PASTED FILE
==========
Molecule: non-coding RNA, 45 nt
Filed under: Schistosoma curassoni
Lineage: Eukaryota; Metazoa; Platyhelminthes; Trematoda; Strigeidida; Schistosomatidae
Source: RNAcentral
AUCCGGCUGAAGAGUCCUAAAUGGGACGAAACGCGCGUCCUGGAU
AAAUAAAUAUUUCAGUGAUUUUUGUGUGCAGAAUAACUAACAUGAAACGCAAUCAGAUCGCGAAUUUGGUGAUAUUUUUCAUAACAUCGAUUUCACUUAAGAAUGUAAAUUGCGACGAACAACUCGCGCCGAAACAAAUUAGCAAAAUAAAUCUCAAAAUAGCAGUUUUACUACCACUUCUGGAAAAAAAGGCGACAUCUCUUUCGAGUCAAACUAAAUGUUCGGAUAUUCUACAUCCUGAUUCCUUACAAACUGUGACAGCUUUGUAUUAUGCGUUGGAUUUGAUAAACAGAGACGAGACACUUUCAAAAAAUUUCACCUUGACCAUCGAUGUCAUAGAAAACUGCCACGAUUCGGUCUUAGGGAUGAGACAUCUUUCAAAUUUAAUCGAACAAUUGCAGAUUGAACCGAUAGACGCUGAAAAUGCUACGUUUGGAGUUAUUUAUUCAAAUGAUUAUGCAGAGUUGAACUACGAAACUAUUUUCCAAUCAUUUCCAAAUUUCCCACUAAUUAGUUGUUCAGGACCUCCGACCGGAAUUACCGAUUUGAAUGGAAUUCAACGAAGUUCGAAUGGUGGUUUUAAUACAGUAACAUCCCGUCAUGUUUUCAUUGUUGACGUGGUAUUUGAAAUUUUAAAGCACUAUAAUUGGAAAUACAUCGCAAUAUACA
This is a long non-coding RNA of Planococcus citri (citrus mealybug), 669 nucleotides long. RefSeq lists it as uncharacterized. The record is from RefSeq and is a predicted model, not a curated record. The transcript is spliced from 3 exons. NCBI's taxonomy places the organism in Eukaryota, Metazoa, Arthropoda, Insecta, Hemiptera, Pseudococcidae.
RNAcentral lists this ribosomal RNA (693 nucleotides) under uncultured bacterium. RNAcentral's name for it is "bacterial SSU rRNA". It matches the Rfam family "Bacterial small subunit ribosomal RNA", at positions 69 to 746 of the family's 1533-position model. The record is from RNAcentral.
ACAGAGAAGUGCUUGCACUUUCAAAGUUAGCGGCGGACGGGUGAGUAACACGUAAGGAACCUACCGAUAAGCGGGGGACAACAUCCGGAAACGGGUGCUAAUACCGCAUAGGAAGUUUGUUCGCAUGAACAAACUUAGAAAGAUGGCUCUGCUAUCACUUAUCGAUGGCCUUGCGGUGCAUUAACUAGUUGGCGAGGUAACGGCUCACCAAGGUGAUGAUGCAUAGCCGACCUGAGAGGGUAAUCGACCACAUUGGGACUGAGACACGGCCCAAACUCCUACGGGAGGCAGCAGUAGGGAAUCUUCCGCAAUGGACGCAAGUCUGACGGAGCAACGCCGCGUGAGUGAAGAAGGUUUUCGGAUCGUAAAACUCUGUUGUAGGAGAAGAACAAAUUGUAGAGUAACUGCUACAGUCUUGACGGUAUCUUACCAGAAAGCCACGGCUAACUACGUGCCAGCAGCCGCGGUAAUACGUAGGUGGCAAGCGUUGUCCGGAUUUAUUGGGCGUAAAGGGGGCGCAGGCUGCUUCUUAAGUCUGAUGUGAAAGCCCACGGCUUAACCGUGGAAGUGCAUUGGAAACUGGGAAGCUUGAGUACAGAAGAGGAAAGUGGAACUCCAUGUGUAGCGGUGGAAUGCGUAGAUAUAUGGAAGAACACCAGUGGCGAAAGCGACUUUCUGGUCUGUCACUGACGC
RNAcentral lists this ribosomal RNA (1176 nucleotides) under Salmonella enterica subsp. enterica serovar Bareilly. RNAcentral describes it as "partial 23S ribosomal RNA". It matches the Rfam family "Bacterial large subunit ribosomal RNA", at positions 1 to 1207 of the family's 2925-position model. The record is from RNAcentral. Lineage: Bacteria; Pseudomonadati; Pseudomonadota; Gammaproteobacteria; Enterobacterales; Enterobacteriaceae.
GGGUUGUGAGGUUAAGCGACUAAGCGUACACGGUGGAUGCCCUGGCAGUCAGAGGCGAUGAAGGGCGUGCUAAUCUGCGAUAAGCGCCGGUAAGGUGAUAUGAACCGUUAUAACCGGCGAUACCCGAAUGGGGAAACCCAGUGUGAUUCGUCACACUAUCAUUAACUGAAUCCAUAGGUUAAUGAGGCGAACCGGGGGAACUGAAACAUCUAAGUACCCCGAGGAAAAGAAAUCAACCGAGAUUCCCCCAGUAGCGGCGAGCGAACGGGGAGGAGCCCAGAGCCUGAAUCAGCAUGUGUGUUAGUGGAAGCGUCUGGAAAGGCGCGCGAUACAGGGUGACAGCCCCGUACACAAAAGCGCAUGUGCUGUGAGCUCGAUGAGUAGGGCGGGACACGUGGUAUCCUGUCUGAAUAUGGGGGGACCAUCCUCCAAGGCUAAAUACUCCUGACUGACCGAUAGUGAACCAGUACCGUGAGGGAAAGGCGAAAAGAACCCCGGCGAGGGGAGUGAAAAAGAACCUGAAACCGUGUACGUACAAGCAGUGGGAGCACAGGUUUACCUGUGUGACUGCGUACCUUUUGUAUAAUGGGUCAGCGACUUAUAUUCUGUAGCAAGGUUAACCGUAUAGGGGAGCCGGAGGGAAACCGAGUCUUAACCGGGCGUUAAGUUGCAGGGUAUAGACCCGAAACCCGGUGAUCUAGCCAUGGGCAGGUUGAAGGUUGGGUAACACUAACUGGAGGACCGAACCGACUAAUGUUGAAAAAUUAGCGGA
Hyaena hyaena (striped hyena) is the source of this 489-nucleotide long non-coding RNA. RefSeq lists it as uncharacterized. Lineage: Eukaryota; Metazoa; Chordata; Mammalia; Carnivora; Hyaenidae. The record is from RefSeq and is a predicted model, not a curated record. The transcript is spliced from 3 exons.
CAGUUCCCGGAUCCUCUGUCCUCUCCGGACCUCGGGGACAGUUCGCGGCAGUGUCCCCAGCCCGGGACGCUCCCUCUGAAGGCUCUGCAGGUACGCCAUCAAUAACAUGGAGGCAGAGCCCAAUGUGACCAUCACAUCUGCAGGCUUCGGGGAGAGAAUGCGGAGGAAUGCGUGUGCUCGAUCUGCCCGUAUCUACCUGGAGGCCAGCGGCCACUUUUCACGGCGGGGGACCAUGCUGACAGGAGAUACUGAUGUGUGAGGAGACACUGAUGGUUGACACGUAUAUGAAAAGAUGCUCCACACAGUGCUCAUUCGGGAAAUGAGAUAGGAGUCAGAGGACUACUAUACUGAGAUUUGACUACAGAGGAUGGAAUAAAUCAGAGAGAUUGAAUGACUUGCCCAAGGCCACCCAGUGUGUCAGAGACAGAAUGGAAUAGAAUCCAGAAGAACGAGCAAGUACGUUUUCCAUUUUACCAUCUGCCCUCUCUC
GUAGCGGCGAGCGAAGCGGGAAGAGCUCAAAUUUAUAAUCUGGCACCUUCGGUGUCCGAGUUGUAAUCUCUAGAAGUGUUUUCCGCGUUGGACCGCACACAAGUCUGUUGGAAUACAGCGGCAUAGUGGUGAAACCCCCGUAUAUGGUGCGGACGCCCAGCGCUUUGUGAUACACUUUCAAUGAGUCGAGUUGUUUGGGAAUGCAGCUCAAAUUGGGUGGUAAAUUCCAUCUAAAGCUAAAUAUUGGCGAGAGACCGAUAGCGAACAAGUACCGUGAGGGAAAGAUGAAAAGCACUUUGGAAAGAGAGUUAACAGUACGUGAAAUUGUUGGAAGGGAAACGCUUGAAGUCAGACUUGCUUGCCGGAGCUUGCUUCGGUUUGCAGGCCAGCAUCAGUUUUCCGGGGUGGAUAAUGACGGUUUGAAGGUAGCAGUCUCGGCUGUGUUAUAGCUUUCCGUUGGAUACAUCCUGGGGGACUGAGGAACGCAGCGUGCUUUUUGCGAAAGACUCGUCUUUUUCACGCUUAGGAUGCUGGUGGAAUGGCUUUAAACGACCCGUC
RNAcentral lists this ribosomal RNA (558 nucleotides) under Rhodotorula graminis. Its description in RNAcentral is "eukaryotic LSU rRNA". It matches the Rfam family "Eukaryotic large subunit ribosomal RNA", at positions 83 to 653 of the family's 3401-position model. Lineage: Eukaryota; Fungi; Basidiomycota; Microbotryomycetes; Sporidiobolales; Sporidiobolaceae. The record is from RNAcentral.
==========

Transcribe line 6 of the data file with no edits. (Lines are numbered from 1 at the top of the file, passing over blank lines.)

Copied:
AAAUAAAUAUUUCAGUGAUUUUUGUGUGCAGAAUAACUAACAUGAAACGCAAUCAGAUCGCGAAUUUGGUGAUAUUUUUCAUAACAUCGAUUUCACUUAAGAAUGUAAAUUGCGACGAACAACUCGCGCCGAAACAAAUUAGCAAAAUAAAUCUCAAAAUAGCAGUUUUACUACCACUUCUGGAAAAAAAGGCGACAUCUCUUUCGAGUCAAACUAAAUGUUCGGAUAUUCUACAUCCUGAUUCCUUACAAACUGUGACAGCUUUGUAUUAUGCGUUGGAUUUGAUAAACAGAGACGAGACACUUUCAAAAAAUUUCACCUUGACCAUCGAUGUCAUAGAAAACUGCCACGAUUCGGUCUUAGGGAUGAGACAUCUUUCAAAUUUAAUCGAACAAUUGCAGAUUGAACCGAUAGACGCUGAAAAUGCUACGUUUGGAGUUAUUUAUUCAAAUGAUUAUGCAGAGUUGAACUACGAAACUAUUUUCCAAUCAUUUCCAAAUUUCCCACUAAUUAGUUGUUCAGGACCUCCGACCGGAAUUACCGAUUUGAAUGGAAUUCAACGAAGUUCGAAUGGUGGUUUUAAUACAGUAACAUCCCGUCAUGUUUUCAUUGUUGACGUGGUAUUUGAAAUUUUAAAGCACUAUAAUUGGAAAUACAUCGCAAUAUACA